Introduction A clear relationship exists between intrauterine development and predisposition to postnatal disease. It is now understood that pre- and periconceptional nutritional status, glucocorticoid exposure and immediate postnatal development including catch-up growth may all contribute to these influences of early development on later-life disease. Barker and colleagues have described in detail the potential influence that an adverse intrauterine environment could play in the risk of developing particular diseases later in life (Barker 1994a, 1994b, 1995). It has been proposed that resetting of endocrine axes controlling growth and development could be one pathway for the developmental programming of later health and wellbeing. The fetal hypothalamic-pituitary-adrenal (HPA) axis in particular is highly vulnerable to changes in the intrauterine environment. Fetal HPA axis activity increases with gestation in most species and contributes to increased fetal levels of circulating glucocorticoids (Fowden et al. 1998). Even subtle changes in the intrauterine environment can disrupt the delicate balance of fetal HPA development and glucocorticoid production and can therefore alter long-term HPA activity and function. HPA hyperactivity has been demonstrated in animals after prenatal undernutrition (Lingas et al. 1999), prenatal stress (Takahashi and Kalin 1991) and maternal synthetic glucocorticoid administration (Uno et al. 1990, Sloboda et al. 2000). Programming of the fetal HPA axis during development appears to play a central role in the link between fetal growth and long-term disease in adulthood. Prenatal programming of HPA axis function may increase the risk of developing cardiovascular and metabolic diseases.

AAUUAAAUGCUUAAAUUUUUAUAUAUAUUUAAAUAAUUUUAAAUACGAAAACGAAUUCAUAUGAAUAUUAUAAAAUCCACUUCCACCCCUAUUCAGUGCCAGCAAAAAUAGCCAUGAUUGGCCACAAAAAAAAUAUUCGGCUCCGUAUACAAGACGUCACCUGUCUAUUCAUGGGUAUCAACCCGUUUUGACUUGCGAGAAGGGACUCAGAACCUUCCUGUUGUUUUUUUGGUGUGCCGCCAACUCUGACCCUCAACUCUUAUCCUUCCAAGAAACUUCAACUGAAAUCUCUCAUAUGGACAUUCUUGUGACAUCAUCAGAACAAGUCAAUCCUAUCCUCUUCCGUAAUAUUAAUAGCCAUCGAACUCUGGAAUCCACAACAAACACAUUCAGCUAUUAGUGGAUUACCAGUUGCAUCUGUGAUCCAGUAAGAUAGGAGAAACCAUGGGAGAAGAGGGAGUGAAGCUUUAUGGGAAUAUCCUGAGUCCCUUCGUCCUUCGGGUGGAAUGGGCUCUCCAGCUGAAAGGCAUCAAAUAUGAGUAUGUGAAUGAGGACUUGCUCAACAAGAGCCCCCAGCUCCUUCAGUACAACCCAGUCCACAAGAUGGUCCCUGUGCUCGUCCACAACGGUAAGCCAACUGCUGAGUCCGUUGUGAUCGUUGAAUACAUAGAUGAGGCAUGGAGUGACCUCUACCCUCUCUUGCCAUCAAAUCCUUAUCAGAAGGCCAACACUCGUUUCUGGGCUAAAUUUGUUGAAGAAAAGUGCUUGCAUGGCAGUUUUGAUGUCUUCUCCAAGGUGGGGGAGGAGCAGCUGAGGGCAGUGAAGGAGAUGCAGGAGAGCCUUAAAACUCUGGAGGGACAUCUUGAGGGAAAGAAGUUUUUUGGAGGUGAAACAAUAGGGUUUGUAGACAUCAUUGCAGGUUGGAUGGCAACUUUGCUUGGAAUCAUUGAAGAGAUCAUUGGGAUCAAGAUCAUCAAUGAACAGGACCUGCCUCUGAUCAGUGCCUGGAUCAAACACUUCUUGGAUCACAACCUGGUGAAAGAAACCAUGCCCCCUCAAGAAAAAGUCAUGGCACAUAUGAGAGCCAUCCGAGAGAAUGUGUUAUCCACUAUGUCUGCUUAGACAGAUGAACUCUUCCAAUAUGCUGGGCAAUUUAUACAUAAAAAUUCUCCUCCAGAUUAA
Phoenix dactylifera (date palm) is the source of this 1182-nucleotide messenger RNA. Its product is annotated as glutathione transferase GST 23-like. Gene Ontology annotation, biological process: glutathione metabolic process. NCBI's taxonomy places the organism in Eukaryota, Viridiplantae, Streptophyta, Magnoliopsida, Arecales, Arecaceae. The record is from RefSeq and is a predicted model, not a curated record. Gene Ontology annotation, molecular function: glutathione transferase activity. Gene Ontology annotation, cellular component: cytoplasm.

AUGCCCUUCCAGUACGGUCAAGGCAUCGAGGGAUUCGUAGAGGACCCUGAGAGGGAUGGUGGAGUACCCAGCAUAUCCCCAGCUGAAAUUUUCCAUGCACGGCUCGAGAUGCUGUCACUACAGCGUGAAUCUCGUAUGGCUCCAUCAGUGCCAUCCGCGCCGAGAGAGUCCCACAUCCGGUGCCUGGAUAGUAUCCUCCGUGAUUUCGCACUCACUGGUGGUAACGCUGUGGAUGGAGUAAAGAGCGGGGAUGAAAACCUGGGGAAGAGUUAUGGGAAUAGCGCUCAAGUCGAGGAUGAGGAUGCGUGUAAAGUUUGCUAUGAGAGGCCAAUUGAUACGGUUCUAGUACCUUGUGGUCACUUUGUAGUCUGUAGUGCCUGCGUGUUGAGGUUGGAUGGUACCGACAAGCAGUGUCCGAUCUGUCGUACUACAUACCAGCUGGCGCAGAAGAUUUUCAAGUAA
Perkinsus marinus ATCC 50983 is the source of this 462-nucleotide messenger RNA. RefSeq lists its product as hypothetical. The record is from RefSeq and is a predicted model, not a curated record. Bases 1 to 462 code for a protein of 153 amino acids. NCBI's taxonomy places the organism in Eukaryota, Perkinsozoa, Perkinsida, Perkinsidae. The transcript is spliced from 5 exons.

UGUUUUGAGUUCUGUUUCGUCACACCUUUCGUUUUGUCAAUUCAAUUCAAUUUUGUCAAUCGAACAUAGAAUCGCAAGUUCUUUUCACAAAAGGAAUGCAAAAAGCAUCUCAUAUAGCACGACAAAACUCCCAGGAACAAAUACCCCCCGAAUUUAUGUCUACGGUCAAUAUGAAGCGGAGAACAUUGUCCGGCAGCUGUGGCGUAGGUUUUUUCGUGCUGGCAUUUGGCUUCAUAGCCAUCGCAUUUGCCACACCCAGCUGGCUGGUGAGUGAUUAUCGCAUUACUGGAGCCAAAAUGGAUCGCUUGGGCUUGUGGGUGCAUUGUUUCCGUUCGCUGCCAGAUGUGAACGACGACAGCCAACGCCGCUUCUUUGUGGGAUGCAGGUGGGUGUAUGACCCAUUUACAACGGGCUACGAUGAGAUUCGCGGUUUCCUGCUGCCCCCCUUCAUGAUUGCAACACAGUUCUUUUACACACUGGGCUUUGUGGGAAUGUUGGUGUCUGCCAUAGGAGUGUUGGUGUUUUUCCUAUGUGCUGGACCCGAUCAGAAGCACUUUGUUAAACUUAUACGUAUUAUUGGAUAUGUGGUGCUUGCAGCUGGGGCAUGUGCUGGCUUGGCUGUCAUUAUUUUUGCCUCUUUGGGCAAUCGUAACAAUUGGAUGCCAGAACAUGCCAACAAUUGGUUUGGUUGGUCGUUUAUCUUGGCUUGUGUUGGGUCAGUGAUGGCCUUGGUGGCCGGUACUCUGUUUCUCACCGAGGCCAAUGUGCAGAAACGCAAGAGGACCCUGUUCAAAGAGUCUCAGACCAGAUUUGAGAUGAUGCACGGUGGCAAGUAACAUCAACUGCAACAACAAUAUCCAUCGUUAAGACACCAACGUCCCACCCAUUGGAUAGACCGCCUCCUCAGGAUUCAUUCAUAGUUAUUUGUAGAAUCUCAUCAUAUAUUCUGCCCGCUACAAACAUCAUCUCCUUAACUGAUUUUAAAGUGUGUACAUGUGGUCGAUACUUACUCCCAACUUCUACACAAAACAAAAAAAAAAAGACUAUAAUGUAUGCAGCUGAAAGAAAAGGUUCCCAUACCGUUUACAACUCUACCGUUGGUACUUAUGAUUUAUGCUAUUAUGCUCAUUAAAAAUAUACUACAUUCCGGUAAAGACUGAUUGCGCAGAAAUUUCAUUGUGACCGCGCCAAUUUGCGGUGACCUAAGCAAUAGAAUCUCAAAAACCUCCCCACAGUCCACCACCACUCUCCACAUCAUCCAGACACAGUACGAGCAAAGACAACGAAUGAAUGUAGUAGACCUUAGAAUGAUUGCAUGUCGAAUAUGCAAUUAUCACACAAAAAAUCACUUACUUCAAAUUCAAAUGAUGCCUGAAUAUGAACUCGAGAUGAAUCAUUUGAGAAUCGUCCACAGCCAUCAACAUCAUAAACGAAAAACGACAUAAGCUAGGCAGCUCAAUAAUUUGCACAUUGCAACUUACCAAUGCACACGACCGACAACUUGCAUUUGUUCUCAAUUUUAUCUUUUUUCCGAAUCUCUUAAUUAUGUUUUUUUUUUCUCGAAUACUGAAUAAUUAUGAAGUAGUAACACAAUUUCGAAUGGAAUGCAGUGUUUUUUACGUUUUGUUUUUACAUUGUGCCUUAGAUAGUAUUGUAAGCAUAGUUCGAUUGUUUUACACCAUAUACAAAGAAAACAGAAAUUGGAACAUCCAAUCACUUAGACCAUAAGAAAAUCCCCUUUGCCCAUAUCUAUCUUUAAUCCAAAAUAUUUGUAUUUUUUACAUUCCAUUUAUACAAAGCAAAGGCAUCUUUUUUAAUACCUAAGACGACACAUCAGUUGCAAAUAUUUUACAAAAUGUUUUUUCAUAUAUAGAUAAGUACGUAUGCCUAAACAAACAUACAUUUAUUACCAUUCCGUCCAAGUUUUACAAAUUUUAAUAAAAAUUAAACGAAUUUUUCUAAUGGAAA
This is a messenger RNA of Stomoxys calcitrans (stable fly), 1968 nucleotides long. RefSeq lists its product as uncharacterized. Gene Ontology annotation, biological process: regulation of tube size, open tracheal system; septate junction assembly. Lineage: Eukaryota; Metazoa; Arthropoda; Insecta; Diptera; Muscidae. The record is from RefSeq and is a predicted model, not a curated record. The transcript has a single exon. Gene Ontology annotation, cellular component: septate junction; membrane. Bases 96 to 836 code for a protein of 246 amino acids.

|Title of host publication||Developmental Origins of Health and Disease|
|Publisher||Cambridge University Press|
|Number of pages||15|
|ISBN (Print)||0521847435, 9780521847438|
|Publication status||Published - 1 Jan 2006|